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FIA Thursday press conference - Hungary 28 Jul 2005

(L to R): Giancarlo Fisichella (ITA) Renault, Jenson Button (GBR) BAR, Jacques Villeneuve (CDN) Sauber and Kimi Raikkonen (FIN) McLaren in the FIA press conference.
Formula One World Championship, Rd13, Hungarian Grand Prix, Preparations, Hungaroring, Hungary, 28 July 2005

Reproduced with kind permission of the FIA

Drivers: Jenson Button (BAR), Giancarlo Fisichella (Renault), Jacques Villeneuve (Sauber), Kimi Raikkonen (McLaren).

Q: Jacques, you have had a couple of wins here, what do you think of the circuit?
Jacques Villeneuve:
It has always been a fun track to drive. A few corners have been changed since then, I think, but it doesn’t change the track that much. There is good rhythm, it’s physical, the race can be fun because it is easy to make mistakes and you can maybe put some pressure on someone and of course any track you win on you end up really enjoying.

Q: So do you still enjoy it?
JV:
The memories are quite a few years ago so I think I need a refresher soon.

Q: Things are changing a lot with your team, what are your chances for next year, do you feel?
JV:
Well, as I have a contract my chances are very good.
JB: I don’t think he meant that!
JV: Why should it change? The team was sold with all the contracts in place.

Q: So, you are very confident of staying with them?
JV:
Yeah, I am not even questioning it.

Q: What about the last race in Germany? It was pretty lively. Can you give us an idea of who you did contact and perhaps who you didn’t?
JV:
Well, people were complaining about the lack of excitement in the races, so I just wanted to make sure there would be no complaints about that this weekend! Since the beginning of the season, in the drivers’ briefings, it has always been mentioned that you don’t change line in the braking area and anyway in the rules you are not supposed to impede someone’s progress, which means you don’t put someone on the grass. The same thing happened to the two drivers. For Doornbos it was his first race, he was excited and fine, everyone can make mistakes. He kept the inside and I went for the outside then he just came back on the line as we hit the brakes. We had a little talk about it and everything was fine. With Tiago, he spent the whole back straight and through the hairpin looking in his right-hand mirror, going to the right, going to the right, so at one point that’s him telling me don’t try to overtake me on the right, go for the left, which is what I did, and when we reached the braking area he came back on the line again, his excuse being ‘I looked in my right mirror and I didn’t see you there so I went left.’ I hope he doesn’t do that on highways because he is going to have a few big ones.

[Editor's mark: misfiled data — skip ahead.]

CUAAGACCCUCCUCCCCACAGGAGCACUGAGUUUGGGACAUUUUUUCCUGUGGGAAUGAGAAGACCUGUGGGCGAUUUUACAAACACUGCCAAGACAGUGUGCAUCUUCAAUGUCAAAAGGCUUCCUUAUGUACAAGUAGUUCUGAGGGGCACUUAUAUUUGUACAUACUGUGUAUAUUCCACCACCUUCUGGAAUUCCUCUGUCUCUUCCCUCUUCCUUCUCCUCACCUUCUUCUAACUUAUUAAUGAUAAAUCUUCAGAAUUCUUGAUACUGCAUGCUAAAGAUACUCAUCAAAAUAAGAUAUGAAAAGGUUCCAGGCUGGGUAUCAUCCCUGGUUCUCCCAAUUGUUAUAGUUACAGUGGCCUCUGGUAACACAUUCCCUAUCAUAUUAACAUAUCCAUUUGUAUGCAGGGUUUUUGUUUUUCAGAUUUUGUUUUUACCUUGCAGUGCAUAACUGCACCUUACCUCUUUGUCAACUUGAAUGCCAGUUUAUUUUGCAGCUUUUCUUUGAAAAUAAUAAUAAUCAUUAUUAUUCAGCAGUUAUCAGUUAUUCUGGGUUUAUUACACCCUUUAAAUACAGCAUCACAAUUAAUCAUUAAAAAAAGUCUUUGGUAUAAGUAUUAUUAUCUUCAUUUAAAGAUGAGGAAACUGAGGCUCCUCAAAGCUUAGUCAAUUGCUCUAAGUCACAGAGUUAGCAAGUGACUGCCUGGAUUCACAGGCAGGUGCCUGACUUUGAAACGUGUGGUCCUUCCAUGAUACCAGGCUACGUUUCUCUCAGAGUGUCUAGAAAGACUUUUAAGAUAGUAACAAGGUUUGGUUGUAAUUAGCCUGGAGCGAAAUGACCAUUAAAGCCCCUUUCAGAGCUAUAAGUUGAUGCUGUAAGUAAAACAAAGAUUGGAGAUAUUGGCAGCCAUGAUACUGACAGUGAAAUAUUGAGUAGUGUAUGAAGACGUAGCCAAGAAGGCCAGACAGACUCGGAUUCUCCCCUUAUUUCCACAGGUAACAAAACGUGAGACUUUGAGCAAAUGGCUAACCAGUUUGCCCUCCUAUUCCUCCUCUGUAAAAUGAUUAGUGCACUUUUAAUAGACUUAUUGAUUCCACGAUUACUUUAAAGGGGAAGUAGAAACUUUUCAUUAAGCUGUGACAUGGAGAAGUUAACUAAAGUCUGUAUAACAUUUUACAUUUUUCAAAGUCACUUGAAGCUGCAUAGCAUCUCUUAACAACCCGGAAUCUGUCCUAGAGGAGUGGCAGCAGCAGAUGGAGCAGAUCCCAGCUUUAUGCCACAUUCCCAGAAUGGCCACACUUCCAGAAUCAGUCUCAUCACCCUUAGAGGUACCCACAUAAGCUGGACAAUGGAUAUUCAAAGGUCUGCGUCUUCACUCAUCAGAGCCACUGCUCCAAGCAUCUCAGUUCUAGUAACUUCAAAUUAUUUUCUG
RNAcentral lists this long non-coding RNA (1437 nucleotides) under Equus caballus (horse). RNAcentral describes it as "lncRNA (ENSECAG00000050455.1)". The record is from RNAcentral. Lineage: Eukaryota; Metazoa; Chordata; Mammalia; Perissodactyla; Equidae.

Q: Giancarlo, you have finished fourth, fourth, sixth in the last three races having started fourth, fourth, sixth in the last few races too. How do you feel about the last few races since Indianapolis?
Giancarlo Fisichella:
Not too bad. Again, I had a few problems in the last few races, especially on Sunday. Apart from the start, where I lost a position, and then when Sato came on the back of my car, I lost four or five positions, but especially I lost one aerodynamic component and after that the brake cooling was compromised. So in the middle of the race I was already struggling with the break wear on the back, I went on the maximum brake balance forwards but it wasn’t enough. In the second pit stop, when the engineers took away the tyres to check the brakes, they were very scared and the decision was to stop me in the garage. But then Flavio said ‘okay, let’s carry on, tell him to go slow and try to get to the end’.
It wasn’t an easy decision but I think it was the right one. It was a bit dangerous but in the last few laps when my engineers said ‘you are okay with the brakes, you can push’ I overtook Michael and it was a fantastic, a fantastic overtaking move, and it was good because from fifth to fourth in the last laps was not easy, especially to Michael Schumacher.

Q: Your best here has been a fifth on the grid and sixth in the race in 2002. What are your feelings about this race?
GF:
This race? I like the circuit, it is really challenging, it is going to be very tough, physically and mentally because it is really hot and it is one of the most difficult circuits. I like it but it is going to be tough.

Q: Renault won here in 2003, of course, what are your feelings about how they are approaching the race, how do they feel they are going to be, particularly against McLaren?
GF: